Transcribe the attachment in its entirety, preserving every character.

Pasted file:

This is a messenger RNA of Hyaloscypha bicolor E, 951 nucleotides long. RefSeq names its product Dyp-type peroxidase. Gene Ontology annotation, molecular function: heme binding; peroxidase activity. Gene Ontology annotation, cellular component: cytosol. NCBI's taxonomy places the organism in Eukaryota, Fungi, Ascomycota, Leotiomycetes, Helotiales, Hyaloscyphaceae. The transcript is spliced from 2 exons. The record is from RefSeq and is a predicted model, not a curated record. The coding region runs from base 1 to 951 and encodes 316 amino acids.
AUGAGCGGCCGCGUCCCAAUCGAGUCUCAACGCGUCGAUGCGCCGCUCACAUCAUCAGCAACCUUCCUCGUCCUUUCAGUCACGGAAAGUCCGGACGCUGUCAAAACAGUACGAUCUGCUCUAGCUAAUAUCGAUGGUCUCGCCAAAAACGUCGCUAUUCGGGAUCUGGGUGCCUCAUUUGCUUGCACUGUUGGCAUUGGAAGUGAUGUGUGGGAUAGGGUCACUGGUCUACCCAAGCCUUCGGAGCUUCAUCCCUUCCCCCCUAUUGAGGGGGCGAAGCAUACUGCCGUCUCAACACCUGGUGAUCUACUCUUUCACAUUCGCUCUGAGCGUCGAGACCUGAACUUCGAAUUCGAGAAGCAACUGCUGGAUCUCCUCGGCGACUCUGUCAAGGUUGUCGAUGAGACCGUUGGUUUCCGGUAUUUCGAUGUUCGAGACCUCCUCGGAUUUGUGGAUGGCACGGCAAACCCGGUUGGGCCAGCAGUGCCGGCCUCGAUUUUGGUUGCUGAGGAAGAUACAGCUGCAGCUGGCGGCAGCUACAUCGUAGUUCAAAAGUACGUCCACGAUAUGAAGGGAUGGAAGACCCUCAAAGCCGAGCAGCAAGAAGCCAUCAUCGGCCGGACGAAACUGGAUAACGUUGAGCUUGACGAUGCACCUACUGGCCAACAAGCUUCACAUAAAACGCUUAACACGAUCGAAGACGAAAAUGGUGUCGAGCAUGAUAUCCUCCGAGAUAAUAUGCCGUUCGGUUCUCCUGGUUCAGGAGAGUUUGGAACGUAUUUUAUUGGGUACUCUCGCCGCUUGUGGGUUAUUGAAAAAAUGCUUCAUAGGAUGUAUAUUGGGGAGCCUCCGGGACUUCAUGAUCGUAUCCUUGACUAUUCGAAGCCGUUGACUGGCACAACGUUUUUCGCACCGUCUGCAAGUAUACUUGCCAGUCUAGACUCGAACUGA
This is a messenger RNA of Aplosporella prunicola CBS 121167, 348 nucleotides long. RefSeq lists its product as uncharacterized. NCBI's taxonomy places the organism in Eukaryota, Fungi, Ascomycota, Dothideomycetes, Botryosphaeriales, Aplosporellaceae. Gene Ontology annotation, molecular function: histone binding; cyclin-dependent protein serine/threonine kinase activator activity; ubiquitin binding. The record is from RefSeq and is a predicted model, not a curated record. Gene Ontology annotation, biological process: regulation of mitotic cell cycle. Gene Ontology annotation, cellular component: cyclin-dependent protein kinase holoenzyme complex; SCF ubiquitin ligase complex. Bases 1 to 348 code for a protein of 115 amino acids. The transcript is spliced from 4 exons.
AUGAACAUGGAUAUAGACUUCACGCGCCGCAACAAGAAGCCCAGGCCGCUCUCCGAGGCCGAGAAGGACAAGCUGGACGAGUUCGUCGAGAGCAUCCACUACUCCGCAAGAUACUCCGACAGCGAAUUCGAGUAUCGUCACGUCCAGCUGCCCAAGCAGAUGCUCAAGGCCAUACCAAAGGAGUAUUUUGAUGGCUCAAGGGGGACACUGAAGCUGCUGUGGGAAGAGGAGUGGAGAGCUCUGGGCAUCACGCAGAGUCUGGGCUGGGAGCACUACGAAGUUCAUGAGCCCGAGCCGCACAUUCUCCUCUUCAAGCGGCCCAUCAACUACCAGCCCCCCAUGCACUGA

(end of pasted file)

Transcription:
This is a messenger RNA of Hyaloscypha bicolor E, 951 nucleotides long. RefSeq names its product Dyp-type peroxidase. Gene Ontology annotation, molecular function: heme binding; peroxidase activity. Gene Ontology annotation, cellular component: cytosol. NCBI's taxonomy places the organism in Eukaryota, Fungi, Ascomycota, Leotiomycetes, Helotiales, Hyaloscyphaceae. The transcript is spliced from 2 exons. The record is from RefSeq and is a predicted model, not a curated record. The coding region runs from base 1 to 951 and encodes 316 amino acids.
AUGAGCGGCCGCGUCCCAAUCGAGUCUCAACGCGUCGAUGCGCCGCUCACAUCAUCAGCAACCUUCCUCGUCCUUUCAGUCACGGAAAGUCCGGACGCUGUCAAAACAGUACGAUCUGCUCUAGCUAAUAUCGAUGGUCUCGCCAAAAACGUCGCUAUUCGGGAUCUGGGUGCCUCAUUUGCUUGCACUGUUGGCAUUGGAAGUGAUGUGUGGGAUAGGGUCACUGGUCUACCCAAGCCUUCGGAGCUUCAUCCCUUCCCCCCUAUUGAGGGGGCGAAGCAUACUGCCGUCUCAACACCUGGUGAUCUACUCUUUCACAUUCGCUCUGAGCGUCGAGACCUGAACUUCGAAUUCGAGAAGCAACUGCUGGAUCUCCUCGGCGACUCUGUCAAGGUUGUCGAUGAGACCGUUGGUUUCCGGUAUUUCGAUGUUCGAGACCUCCUCGGAUUUGUGGAUGGCACGGCAAACCCGGUUGGGCCAGCAGUGCCGGCCUCGAUUUUGGUUGCUGAGGAAGAUACAGCUGCAGCUGGCGGCAGCUACAUCGUAGUUCAAAAGUACGUCCACGAUAUGAAGGGAUGGAAGACCCUCAAAGCCGAGCAGCAAGAAGCCAUCAUCGGCCGGACGAAACUGGAUAACGUUGAGCUUGACGAUGCACCUACUGGCCAACAAGCUUCACAUAAAACGCUUAACACGAUCGAAGACGAAAAUGGUGUCGAGCAUGAUAUCCUCCGAGAUAAUAUGCCGUUCGGUUCUCCUGGUUCAGGAGAGUUUGGAACGUAUUUUAUUGGGUACUCUCGCCGCUUGUGGGUUAUUGAAAAAAUGCUUCAUAGGAUGUAUAUUGGGGAGCCUCCGGGACUUCAUGAUCGUAUCCUUGACUAUUCGAAGCCGUUGACUGGCACAACGUUUUUCGCACCGUCUGCAAGUAUACUUGCCAGUCUAGACUCGAACUGA
This is a messenger RNA of Aplosporella prunicola CBS 121167, 348 nucleotides long. RefSeq lists its product as uncharacterized. NCBI's taxonomy places the organism in Eukaryota, Fungi, Ascomycota, Dothideomycetes, Botryosphaeriales, Aplosporellaceae. Gene Ontology annotation, molecular function: histone binding; cyclin-dependent protein serine/threonine kinase activator activity; ubiquitin binding. The record is from RefSeq and is a predicted model, not a curated record. Gene Ontology annotation, biological process: regulation of mitotic cell cycle. Gene Ontology annotation, cellular component: cyclin-dependent protein kinase holoenzyme complex; SCF ubiquitin ligase complex. Bases 1 to 348 code for a protein of 115 amino acids. The transcript is spliced from 4 exons.
AUGAACAUGGAUAUAGACUUCACGCGCCGCAACAAGAAGCCCAGGCCGCUCUCCGAGGCCGAGAAGGACAAGCUGGACGAGUUCGUCGAGAGCAUCCACUACUCCGCAAGAUACUCCGACAGCGAAUUCGAGUAUCGUCACGUCCAGCUGCCCAAGCAGAUGCUCAAGGCCAUACCAAAGGAGUAUUUUGAUGGCUCAAGGGGGACACUGAAGCUGCUGUGGGAAGAGGAGUGGAGAGCUCUGGGCAUCACGCAGAGUCUGGGCUGGGAGCACUACGAAGUUCAUGAGCCCGAGCCGCACAUUCUCCUCUUCAAGCGGCCCAUCAACUACCAGCCCCCCAUGCACUGA